Molybdenum is a hard and lustrous, silvery metal with a high melting point of 2623°C. That is why pure molybdenum is often used in applications that involve prolonged and high temperatures.
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- Good strength and mechanical stability for high temperature applications
- Excellent chemical resistance
- Molybdenum alloys can be very wear-resistant
- High-temperature heating elements
- Rocket engines
- Welding electrodes
- Glass production equipment
- Missile technology
- Smooth coatings
The distribution of the produced molybdenum
About 80% of the produced molybdenum is used as an additive to steel and cast iron. The addition of molybdenum strongly increases the strength of steel, making it more corrosion-resistant and more resistant to fluctuating temperatures than normal steel. The remaining 20% is used for chemicals, pure-molybdenum metals, and alloys.
The oxidation and sublimation of molybdenum
Molybdenum starts to show signs of oxidation with temperatures of more than 500°C when it gets into contact with oxygen. Sublimation, the transition of solid molybdenum into a gas state, starts from 600°C. Within a vacuum environment, molybdenum can withstand prolonged temperatures of 1200°C without losing hardly any of its strength.
Material limitations of molybdenum
The most important limitations to using molybdenum are recrystallization and temperature. Heating of molybdenum and its alloys above their recrystallization temperature makes them brittle, causing the material to tear due to changes in the grain structure. The recrystallization temperature can be increased by, for instance, dipping molybdenum in lanthanum oxide. This improves its ductility and increases the recrystallization temperature.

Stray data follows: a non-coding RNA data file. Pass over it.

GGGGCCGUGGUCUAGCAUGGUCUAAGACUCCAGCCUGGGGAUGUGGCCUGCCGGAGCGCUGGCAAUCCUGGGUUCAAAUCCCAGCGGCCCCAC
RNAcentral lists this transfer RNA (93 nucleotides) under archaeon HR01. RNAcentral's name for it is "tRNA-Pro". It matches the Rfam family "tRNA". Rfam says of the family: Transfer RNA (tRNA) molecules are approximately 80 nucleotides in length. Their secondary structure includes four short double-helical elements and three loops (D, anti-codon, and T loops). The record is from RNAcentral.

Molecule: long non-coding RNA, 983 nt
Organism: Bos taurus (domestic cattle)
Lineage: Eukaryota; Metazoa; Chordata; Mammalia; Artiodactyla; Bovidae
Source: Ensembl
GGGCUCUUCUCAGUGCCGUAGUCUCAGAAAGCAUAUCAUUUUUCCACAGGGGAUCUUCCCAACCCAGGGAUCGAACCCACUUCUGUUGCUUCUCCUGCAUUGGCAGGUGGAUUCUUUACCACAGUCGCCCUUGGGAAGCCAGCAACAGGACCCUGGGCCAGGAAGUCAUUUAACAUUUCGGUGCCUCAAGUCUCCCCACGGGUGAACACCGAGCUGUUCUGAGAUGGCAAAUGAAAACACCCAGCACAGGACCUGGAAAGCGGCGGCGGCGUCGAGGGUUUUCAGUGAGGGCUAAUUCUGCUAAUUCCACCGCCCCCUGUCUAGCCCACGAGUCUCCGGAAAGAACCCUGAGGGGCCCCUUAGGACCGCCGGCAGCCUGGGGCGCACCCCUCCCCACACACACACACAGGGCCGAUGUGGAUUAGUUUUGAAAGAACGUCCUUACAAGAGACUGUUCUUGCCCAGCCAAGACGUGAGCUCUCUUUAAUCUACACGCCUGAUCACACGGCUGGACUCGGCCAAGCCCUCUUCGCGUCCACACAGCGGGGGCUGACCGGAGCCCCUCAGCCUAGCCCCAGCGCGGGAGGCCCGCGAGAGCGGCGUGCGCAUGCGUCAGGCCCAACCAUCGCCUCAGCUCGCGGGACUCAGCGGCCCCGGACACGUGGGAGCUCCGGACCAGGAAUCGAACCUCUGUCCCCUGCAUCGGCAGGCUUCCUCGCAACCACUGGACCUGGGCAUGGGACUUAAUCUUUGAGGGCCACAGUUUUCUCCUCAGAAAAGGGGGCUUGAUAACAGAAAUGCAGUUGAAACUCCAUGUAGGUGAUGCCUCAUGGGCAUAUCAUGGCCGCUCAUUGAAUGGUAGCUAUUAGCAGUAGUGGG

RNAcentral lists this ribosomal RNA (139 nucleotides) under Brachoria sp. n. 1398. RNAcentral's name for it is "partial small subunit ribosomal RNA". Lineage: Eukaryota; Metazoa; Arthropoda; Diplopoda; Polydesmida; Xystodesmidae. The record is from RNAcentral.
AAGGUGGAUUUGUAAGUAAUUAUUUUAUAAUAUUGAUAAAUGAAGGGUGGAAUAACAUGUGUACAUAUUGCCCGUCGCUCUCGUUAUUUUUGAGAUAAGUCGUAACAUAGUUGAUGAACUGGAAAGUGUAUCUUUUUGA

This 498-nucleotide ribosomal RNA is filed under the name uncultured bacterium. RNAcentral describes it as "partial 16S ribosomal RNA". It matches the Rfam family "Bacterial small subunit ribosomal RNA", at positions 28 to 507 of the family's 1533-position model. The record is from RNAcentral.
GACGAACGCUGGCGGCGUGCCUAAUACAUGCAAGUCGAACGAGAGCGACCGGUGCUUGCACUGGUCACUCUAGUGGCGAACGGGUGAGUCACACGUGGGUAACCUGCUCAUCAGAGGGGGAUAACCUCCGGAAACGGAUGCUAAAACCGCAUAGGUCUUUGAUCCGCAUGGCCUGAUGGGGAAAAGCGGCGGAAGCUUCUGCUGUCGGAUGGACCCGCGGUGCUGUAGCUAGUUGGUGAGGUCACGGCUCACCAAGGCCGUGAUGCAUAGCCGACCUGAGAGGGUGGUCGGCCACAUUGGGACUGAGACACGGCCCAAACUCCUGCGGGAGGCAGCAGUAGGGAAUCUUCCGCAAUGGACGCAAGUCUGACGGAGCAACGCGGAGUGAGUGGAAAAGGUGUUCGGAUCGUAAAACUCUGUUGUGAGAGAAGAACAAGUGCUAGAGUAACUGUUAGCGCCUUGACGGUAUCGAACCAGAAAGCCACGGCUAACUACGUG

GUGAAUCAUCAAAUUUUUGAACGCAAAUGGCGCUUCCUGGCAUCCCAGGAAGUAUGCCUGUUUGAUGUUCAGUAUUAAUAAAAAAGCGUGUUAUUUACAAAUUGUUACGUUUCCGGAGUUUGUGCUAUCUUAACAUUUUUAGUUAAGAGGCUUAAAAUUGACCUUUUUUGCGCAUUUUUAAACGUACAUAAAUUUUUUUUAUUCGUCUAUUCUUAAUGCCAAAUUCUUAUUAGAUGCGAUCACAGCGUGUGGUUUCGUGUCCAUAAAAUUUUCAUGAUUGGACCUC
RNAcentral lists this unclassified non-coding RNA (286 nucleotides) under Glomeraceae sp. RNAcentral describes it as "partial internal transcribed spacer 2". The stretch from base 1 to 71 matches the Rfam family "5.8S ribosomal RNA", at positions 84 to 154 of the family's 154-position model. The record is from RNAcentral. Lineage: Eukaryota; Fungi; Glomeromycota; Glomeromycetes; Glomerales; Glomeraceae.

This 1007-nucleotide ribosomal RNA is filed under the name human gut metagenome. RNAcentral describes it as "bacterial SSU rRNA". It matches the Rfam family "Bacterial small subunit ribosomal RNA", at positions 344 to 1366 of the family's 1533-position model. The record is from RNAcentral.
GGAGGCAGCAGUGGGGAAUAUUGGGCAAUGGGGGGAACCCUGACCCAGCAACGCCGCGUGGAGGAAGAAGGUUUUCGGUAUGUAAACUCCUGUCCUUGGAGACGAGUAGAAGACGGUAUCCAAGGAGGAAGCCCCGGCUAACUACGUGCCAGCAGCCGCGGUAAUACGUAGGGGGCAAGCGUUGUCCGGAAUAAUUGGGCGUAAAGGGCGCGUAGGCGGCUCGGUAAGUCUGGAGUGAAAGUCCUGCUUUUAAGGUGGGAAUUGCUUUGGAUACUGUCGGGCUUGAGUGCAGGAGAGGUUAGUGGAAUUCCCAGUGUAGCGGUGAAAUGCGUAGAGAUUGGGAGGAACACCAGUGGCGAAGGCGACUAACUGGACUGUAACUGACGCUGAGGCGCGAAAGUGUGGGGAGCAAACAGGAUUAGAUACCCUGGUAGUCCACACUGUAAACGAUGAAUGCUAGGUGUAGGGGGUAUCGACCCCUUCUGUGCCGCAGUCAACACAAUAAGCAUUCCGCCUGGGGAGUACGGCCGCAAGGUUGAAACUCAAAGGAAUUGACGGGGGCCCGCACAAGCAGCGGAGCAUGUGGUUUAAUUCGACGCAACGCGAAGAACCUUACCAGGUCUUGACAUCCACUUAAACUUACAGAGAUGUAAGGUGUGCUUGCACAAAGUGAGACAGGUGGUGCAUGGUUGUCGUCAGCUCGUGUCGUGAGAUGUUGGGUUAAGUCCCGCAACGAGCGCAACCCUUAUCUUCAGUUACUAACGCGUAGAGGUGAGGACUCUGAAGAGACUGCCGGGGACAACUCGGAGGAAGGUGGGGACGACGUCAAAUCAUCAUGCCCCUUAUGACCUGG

In the image, you can find the most important material properties per molybdenum alloy:
The use of molybdenum in ovens
Molybdenum is heat resistant to about 1900°C. Are you looking for a metal that can handle such high temperatures? Then tungsten will be the best option. Materials that can withstand temperatures from 1315°C and higher are often used for the production of industrial vacuum ovens. Of all refractory metals, molybdenum is most commonly used as it is the most cost-effective choice.
The most used molybdenum alloys, by far, are pure molybdenum, molybdenum/lanthanum (MLR), and molybdenum TZM (titanium zirconium molybdenum).
Elementary additions for the best material properties
The mechanical properties of molybdenum are determined by its purity, elements added, and the microstructure. Properties such as strength, ductility, temperature-resistance, and processibility are improved by the addition of elements such as titanium, zirconium, hafnium, carbon, and potassium and/or together with oxides of lanthanum, yttrium, and caesium.